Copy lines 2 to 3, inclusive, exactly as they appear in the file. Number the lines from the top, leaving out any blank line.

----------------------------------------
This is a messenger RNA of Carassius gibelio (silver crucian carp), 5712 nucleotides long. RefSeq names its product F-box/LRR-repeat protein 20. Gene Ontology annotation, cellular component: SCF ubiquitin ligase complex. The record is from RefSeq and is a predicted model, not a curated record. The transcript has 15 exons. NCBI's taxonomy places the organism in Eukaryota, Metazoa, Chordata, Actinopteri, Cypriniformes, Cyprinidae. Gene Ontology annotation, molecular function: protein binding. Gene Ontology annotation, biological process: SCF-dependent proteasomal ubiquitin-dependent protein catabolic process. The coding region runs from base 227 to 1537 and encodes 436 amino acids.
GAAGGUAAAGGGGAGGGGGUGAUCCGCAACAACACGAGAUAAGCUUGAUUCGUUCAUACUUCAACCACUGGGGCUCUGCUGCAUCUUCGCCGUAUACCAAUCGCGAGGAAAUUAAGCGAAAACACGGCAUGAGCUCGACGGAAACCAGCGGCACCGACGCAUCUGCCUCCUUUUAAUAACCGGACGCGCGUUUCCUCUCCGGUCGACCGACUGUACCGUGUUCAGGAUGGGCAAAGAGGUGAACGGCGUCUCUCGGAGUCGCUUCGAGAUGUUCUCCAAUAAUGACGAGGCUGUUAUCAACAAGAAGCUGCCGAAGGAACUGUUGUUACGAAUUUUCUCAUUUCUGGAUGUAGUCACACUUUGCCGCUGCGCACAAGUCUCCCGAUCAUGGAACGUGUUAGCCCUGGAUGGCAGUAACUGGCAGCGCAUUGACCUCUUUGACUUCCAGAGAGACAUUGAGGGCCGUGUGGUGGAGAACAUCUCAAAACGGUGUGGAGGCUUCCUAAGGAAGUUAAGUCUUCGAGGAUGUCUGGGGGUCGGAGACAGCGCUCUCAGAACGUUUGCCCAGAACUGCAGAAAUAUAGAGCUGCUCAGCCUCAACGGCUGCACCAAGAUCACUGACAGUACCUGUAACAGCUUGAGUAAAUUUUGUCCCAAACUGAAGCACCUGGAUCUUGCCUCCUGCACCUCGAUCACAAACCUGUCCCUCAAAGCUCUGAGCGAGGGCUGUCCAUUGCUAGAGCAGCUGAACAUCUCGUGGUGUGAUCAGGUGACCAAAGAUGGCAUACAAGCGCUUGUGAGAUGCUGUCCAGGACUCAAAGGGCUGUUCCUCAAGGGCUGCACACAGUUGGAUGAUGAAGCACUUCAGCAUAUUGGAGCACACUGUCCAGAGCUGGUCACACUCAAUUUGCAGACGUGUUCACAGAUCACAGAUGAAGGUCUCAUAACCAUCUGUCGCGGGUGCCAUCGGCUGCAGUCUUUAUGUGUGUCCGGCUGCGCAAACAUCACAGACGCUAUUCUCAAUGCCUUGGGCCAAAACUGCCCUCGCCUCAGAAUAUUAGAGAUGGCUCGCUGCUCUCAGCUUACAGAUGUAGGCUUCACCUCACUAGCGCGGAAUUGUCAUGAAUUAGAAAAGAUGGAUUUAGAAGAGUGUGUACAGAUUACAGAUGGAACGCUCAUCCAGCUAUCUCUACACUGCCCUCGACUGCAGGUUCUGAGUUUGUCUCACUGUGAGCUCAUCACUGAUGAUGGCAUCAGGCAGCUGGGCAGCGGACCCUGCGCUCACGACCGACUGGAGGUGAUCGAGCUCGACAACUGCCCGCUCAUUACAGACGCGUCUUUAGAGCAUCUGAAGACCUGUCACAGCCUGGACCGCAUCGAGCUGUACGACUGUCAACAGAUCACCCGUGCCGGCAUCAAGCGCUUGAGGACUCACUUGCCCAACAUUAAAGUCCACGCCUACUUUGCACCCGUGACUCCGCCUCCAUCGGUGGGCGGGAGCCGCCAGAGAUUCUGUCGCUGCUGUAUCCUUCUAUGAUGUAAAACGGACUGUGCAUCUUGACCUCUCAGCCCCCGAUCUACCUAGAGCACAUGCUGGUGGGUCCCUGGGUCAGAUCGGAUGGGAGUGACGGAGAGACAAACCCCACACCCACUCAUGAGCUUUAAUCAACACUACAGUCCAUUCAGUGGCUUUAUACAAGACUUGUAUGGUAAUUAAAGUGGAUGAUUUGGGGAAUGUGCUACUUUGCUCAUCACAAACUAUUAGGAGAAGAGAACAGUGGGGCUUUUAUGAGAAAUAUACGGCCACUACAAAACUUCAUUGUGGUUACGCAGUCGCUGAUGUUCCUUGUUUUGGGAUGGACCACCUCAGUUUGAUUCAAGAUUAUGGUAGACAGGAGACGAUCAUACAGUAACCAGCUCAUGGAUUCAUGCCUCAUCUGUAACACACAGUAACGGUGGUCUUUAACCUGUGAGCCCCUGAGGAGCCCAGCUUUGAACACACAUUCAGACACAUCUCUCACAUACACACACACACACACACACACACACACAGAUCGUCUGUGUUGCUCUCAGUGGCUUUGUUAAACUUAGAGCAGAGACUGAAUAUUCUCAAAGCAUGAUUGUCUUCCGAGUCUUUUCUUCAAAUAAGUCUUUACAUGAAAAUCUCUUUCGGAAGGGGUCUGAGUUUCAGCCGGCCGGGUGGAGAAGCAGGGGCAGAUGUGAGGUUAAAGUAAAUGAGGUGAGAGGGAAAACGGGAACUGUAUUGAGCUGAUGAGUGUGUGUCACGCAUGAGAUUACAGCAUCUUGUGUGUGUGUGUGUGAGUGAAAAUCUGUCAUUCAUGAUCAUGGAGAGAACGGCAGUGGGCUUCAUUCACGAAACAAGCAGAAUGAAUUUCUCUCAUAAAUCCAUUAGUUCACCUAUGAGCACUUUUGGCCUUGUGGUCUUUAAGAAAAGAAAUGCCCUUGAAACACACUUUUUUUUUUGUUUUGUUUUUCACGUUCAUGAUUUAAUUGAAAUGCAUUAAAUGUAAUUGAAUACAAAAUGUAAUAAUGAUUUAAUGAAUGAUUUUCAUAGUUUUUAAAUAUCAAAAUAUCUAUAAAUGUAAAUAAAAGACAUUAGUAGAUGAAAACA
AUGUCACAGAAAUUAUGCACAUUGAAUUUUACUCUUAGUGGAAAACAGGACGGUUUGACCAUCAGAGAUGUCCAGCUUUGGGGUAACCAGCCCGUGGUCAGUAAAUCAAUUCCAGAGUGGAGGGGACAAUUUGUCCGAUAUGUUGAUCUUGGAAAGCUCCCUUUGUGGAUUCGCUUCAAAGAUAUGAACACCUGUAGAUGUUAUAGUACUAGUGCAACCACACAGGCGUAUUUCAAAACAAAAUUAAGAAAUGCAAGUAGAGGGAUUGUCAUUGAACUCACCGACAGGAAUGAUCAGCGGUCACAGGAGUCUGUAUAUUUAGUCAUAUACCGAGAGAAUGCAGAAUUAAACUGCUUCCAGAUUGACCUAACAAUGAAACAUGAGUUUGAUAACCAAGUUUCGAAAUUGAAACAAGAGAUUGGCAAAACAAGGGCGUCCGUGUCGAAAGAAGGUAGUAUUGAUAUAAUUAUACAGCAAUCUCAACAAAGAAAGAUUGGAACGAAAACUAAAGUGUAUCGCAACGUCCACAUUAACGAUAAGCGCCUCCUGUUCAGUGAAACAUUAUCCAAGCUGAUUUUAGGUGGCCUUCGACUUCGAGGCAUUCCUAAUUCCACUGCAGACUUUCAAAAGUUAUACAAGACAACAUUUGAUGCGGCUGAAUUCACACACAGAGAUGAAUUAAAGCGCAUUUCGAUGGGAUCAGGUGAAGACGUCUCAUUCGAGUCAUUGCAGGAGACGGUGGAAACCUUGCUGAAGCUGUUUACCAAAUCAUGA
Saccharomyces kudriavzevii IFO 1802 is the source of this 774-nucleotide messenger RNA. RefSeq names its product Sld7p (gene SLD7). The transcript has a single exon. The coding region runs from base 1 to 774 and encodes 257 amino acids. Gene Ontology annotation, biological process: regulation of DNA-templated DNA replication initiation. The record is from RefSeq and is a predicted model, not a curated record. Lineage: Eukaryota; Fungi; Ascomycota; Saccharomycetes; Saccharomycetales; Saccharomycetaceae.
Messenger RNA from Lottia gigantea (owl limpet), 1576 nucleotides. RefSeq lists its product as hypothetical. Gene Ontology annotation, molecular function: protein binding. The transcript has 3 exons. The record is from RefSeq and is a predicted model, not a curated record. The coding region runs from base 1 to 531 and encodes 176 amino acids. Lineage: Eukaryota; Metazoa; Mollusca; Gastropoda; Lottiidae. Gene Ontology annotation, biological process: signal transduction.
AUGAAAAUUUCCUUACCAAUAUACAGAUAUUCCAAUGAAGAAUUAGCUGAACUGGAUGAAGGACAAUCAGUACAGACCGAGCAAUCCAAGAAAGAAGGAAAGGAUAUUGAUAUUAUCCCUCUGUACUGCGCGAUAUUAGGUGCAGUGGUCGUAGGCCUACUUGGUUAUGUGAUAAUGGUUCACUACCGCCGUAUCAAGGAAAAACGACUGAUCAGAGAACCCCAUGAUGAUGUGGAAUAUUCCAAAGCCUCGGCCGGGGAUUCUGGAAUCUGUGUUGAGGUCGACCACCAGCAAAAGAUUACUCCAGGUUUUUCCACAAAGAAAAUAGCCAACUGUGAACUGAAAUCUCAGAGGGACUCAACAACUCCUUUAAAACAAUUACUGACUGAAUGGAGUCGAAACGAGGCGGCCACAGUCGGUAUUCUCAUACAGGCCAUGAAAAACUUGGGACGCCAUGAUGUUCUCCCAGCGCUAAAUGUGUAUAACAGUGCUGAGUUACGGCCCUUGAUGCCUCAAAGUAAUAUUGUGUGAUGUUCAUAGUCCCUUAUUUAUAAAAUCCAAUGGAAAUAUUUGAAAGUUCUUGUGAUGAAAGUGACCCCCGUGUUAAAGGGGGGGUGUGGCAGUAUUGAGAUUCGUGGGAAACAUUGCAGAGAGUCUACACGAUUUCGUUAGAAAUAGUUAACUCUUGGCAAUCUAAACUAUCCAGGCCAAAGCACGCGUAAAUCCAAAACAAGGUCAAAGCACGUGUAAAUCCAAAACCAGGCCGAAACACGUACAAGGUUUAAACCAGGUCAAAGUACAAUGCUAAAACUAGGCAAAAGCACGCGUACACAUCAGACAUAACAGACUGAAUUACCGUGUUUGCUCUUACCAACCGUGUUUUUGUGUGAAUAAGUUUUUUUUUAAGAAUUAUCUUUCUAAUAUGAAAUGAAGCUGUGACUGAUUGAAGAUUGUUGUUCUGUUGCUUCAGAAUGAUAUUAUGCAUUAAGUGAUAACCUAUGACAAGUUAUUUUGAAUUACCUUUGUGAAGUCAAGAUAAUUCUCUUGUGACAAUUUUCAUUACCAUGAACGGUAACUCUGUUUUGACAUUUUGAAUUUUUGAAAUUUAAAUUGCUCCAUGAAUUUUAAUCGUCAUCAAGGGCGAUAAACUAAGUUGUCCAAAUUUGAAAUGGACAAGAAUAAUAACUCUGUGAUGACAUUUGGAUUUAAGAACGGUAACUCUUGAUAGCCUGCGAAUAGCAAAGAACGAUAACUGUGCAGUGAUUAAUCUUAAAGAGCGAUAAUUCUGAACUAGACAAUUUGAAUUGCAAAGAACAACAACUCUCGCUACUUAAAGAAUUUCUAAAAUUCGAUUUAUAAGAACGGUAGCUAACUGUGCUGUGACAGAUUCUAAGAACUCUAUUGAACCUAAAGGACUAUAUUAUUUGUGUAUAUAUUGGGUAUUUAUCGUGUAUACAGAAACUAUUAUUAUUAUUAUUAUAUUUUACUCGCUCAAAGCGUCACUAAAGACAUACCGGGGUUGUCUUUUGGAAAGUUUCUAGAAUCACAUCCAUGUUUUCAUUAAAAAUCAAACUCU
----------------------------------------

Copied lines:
GAAGGUAAAGGGGAGGGGGUGAUCCGCAACAACACGAGAUAAGCUUGAUUCGUUCAUACUUCAACCACUGGGGCUCUGCUGCAUCUUCGCCGUAUACCAAUCGCGAGGAAAUUAAGCGAAAACACGGCAUGAGCUCGACGGAAACCAGCGGCACCGACGCAUCUGCCUCCUUUUAAUAACCGGACGCGCGUUUCCUCUCCGGUCGACCGACUGUACCGUGUUCAGGAUGGGCAAAGAGGUGAACGGCGUCUCUCGGAGUCGCUUCGAGAUGUUCUCCAAUAAUGACGAGGCUGUUAUCAACAAGAAGCUGCCGAAGGAACUGUUGUUACGAAUUUUCUCAUUUCUGGAUGUAGUCACACUUUGCCGCUGCGCACAAGUCUCCCGAUCAUGGAACGUGUUAGCCCUGGAUGGCAGUAACUGGCAGCGCAUUGACCUCUUUGACUUCCAGAGAGACAUUGAGGGCCGUGUGGUGGAGAACAUCUCAAAACGGUGUGGAGGCUUCCUAAGGAAGUUAAGUCUUCGAGGAUGUCUGGGGGUCGGAGACAGCGCUCUCAGAACGUUUGCCCAGAACUGCAGAAAUAUAGAGCUGCUCAGCCUCAACGGCUGCACCAAGAUCACUGACAGUACCUGUAACAGCUUGAGUAAAUUUUGUCCCAAACUGAAGCACCUGGAUCUUGCCUCCUGCACCUCGAUCACAAACCUGUCCCUCAAAGCUCUGAGCGAGGGCUGUCCAUUGCUAGAGCAGCUGAACAUCUCGUGGUGUGAUCAGGUGACCAAAGAUGGCAUACAAGCGCUUGUGAGAUGCUGUCCAGGACUCAAAGGGCUGUUCCUCAAGGGCUGCACACAGUUGGAUGAUGAAGCACUUCAGCAUAUUGGAGCACACUGUCCAGAGCUGGUCACACUCAAUUUGCAGACGUGUUCACAGAUCACAGAUGAAGGUCUCAUAACCAUCUGUCGCGGGUGCCAUCGGCUGCAGUCUUUAUGUGUGUCCGGCUGCGCAAACAUCACAGACGCUAUUCUCAAUGCCUUGGGCCAAAACUGCCCUCGCCUCAGAAUAUUAGAGAUGGCUCGCUGCUCUCAGCUUACAGAUGUAGGCUUCACCUCACUAGCGCGGAAUUGUCAUGAAUUAGAAAAGAUGGAUUUAGAAGAGUGUGUACAGAUUACAGAUGGAACGCUCAUCCAGCUAUCUCUACACUGCCCUCGACUGCAGGUUCUGAGUUUGUCUCACUGUGAGCUCAUCACUGAUGAUGGCAUCAGGCAGCUGGGCAGCGGACCCUGCGCUCACGACCGACUGGAGGUGAUCGAGCUCGACAACUGCCCGCUCAUUACAGACGCGUCUUUAGAGCAUCUGAAGACCUGUCACAGCCUGGACCGCAUCGAGCUGUACGACUGUCAACAGAUCACCCGUGCCGGCAUCAAGCGCUUGAGGACUCACUUGCCCAACAUUAAAGUCCACGCCUACUUUGCACCCGUGACUCCGCCUCCAUCGGUGGGCGGGAGCCGCCAGAGAUUCUGUCGCUGCUGUAUCCUUCUAUGAUGUAAAACGGACUGUGCAUCUUGACCUCUCAGCCCCCGAUCUACCUAGAGCACAUGCUGGUGGGUCCCUGGGUCAGAUCGGAUGGGAGUGACGGAGAGACAAACCCCACACCCACUCAUGAGCUUUAAUCAACACUACAGUCCAUUCAGUGGCUUUAUACAAGACUUGUAUGGUAAUUAAAGUGGAUGAUUUGGGGAAUGUGCUACUUUGCUCAUCACAAACUAUUAGGAGAAGAGAACAGUGGGGCUUUUAUGAGAAAUAUACGGCCACUACAAAACUUCAUUGUGGUUACGCAGUCGCUGAUGUUCCUUGUUUUGGGAUGGACCACCUCAGUUUGAUUCAAGAUUAUGGUAGACAGGAGACGAUCAUACAGUAACCAGCUCAUGGAUUCAUGCCUCAUCUGUAACACACAGUAACGGUGGUCUUUAACCUGUGAGCCCCUGAGGAGCCCAGCUUUGAACACACAUUCAGACACAUCUCUCACAUACACACACACACACACACACACACACACAGAUCGUCUGUGUUGCUCUCAGUGGCUUUGUUAAACUUAGAGCAGAGACUGAAUAUUCUCAAAGCAUGAUUGUCUUCCGAGUCUUUUCUUCAAAUAAGUCUUUACAUGAAAAUCUCUUUCGGAAGGGGUCUGAGUUUCAGCCGGCCGGGUGGAGAAGCAGGGGCAGAUGUGAGGUUAAAGUAAAUGAGGUGAGAGGGAAAACGGGAACUGUAUUGAGCUGAUGAGUGUGUGUCACGCAUGAGAUUACAGCAUCUUGUGUGUGUGUGUGUGAGUGAAAAUCUGUCAUUCAUGAUCAUGGAGAGAACGGCAGUGGGCUUCAUUCACGAAACAAGCAGAAUGAAUUUCUCUCAUAAAUCCAUUAGUUCACCUAUGAGCACUUUUGGCCUUGUGGUCUUUAAGAAAAGAAAUGCCCUUGAAACACACUUUUUUUUUUGUUUUGUUUUUCACGUUCAUGAUUUAAUUGAAAUGCAUUAAAUGUAAUUGAAUACAAAAUGUAAUAAUGAUUUAAUGAAUGAUUUUCAUAGUUUUUAAAUAUCAAAAUAUCUAUAAAUGUAAAUAAAAGACAUUAGUAGAUGAAAACA
AUGUCACAGAAAUUAUGCACAUUGAAUUUUACUCUUAGUGGAAAACAGGACGGUUUGACCAUCAGAGAUGUCCAGCUUUGGGGUAACCAGCCCGUGGUCAGUAAAUCAAUUCCAGAGUGGAGGGGACAAUUUGUCCGAUAUGUUGAUCUUGGAAAGCUCCCUUUGUGGAUUCGCUUCAAAGAUAUGAACACCUGUAGAUGUUAUAGUACUAGUGCAACCACACAGGCGUAUUUCAAAACAAAAUUAAGAAAUGCAAGUAGAGGGAUUGUCAUUGAACUCACCGACAGGAAUGAUCAGCGGUCACAGGAGUCUGUAUAUUUAGUCAUAUACCGAGAGAAUGCAGAAUUAAACUGCUUCCAGAUUGACCUAACAAUGAAACAUGAGUUUGAUAACCAAGUUUCGAAAUUGAAACAAGAGAUUGGCAAAACAAGGGCGUCCGUGUCGAAAGAAGGUAGUAUUGAUAUAAUUAUACAGCAAUCUCAACAAAGAAAGAUUGGAACGAAAACUAAAGUGUAUCGCAACGUCCACAUUAACGAUAAGCGCCUCCUGUUCAGUGAAACAUUAUCCAAGCUGAUUUUAGGUGGCCUUCGACUUCGAGGCAUUCCUAAUUCCACUGCAGACUUUCAAAAGUUAUACAAGACAACAUUUGAUGCGGCUGAAUUCACACACAGAGAUGAAUUAAAGCGCAUUUCGAUGGGAUCAGGUGAAGACGUCUCAUUCGAGUCAUUGCAGGAGACGGUGGAAACCUUGCUGAAGCUGUUUACCAAAUCAUGA